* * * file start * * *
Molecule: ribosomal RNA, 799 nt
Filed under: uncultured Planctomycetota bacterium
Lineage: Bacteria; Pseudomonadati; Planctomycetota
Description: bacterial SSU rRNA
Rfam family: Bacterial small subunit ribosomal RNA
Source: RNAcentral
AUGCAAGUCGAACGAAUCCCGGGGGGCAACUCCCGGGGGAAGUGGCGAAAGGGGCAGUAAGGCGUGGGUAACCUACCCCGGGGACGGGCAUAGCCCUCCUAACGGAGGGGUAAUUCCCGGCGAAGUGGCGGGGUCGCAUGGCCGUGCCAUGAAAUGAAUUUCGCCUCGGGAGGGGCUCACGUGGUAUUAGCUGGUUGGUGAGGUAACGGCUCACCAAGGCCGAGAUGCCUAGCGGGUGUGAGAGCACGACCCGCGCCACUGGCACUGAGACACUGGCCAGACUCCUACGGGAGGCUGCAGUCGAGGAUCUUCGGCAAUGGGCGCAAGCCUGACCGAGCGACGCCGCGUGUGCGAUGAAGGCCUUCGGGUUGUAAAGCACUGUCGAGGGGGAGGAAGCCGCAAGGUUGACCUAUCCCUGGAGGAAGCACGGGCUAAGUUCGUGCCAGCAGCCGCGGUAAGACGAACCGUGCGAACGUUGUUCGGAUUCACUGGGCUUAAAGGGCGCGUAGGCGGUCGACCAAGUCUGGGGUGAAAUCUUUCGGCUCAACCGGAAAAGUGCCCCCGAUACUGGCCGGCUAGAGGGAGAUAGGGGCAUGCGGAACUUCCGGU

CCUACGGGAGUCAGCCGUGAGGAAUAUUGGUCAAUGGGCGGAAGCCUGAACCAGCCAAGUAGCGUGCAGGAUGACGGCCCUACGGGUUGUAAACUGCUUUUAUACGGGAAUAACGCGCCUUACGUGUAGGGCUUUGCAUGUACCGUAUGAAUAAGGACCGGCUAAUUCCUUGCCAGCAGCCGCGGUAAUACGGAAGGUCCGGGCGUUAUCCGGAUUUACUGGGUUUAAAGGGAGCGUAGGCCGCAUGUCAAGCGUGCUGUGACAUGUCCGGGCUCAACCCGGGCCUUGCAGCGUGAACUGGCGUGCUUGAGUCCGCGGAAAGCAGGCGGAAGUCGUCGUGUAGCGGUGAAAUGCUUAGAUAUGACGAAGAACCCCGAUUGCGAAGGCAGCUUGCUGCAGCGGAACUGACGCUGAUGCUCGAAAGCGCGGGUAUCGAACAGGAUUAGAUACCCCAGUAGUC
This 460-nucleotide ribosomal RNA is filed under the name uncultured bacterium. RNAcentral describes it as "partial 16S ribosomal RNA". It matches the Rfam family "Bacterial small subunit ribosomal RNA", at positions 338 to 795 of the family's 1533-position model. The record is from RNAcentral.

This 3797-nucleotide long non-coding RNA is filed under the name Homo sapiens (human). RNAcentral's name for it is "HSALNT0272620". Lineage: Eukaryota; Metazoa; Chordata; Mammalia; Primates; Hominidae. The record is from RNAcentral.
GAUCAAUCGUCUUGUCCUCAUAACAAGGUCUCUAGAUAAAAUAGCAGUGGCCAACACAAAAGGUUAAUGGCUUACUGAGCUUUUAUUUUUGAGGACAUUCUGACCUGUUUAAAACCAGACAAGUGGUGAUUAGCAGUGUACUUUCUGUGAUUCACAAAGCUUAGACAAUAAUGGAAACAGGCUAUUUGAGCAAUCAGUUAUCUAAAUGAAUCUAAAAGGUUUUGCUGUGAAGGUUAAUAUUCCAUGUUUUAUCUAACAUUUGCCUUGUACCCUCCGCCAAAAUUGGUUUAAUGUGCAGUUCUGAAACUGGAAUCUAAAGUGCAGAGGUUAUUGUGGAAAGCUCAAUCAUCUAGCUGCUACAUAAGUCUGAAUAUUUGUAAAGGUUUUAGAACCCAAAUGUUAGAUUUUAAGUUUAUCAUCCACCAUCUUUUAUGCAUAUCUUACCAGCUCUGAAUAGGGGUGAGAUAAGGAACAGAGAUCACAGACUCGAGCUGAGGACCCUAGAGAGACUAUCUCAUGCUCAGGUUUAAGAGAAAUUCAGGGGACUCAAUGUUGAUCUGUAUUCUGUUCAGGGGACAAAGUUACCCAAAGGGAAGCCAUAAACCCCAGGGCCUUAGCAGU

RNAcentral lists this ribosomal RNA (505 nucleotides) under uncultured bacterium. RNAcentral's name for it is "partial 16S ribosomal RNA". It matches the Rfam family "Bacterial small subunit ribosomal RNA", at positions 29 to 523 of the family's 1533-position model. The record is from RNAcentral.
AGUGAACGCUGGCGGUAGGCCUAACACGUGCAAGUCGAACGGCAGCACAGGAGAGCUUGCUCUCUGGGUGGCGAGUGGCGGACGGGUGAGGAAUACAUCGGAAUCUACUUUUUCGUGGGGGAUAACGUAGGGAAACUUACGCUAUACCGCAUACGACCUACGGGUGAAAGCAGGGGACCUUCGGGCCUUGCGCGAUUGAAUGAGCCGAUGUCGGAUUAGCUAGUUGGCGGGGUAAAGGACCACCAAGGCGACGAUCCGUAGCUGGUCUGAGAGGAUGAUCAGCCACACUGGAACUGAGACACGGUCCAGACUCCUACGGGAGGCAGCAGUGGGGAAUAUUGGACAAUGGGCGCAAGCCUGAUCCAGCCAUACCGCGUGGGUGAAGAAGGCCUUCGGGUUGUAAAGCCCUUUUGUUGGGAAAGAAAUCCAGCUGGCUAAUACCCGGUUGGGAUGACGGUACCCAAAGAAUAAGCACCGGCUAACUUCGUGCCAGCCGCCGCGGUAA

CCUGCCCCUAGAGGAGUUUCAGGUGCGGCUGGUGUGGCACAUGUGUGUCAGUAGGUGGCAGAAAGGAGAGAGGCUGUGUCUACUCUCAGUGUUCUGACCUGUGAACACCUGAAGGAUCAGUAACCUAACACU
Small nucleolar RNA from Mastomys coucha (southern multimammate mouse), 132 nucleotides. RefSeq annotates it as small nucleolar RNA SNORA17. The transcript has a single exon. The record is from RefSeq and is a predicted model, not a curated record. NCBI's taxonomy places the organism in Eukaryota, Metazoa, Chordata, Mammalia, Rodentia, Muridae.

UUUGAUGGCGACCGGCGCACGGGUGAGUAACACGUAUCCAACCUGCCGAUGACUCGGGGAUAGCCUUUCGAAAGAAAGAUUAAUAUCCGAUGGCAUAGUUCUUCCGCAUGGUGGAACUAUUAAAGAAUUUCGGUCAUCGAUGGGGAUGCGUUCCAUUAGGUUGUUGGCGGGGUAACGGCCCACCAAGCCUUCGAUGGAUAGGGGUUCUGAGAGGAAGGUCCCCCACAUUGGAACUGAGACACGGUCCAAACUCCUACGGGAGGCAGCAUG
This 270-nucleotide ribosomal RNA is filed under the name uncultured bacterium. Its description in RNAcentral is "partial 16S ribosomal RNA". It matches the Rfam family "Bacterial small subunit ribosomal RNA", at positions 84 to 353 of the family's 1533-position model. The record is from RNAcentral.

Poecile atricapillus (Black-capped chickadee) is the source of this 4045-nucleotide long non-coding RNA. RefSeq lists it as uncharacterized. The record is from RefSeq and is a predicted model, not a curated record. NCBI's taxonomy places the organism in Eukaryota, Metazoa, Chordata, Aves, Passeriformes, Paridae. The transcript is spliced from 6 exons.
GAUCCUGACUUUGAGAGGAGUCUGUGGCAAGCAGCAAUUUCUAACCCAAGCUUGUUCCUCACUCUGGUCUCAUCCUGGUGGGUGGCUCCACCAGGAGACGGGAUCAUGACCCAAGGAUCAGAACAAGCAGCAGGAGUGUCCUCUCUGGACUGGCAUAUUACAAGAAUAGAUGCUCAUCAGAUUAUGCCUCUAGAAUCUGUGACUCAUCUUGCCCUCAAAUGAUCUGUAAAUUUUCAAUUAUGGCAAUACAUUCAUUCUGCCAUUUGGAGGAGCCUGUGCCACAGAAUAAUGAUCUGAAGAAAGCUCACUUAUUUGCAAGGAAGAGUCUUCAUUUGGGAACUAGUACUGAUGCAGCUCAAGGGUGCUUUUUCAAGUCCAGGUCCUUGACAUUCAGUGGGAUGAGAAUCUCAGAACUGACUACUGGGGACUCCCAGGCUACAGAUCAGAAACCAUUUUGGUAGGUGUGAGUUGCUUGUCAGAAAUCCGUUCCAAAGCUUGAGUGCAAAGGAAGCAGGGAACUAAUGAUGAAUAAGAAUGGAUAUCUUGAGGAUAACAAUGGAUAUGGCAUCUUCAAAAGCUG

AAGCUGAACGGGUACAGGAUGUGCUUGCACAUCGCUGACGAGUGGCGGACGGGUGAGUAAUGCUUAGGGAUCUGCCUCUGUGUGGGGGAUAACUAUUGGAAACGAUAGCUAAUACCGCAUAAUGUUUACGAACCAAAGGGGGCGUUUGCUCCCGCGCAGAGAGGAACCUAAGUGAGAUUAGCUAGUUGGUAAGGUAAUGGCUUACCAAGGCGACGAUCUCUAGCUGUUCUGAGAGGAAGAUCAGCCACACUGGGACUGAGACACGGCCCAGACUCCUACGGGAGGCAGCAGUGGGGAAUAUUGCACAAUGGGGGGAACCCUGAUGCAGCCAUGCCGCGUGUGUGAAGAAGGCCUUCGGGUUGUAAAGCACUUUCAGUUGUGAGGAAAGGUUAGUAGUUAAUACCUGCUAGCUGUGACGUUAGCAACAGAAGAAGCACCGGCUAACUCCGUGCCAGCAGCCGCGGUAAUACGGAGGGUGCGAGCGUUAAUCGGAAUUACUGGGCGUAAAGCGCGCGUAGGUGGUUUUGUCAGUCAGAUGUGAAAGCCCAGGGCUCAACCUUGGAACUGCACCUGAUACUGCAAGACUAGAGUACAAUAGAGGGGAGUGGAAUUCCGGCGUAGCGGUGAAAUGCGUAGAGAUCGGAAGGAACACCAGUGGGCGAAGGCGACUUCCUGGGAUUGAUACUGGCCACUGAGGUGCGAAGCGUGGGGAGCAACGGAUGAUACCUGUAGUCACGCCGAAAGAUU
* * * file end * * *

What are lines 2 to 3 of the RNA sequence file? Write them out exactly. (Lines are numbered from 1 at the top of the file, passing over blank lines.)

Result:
Filed under: uncultured Planctomycetota bacterium
Lineage: Bacteria; Pseudomonadati; Planctomycetota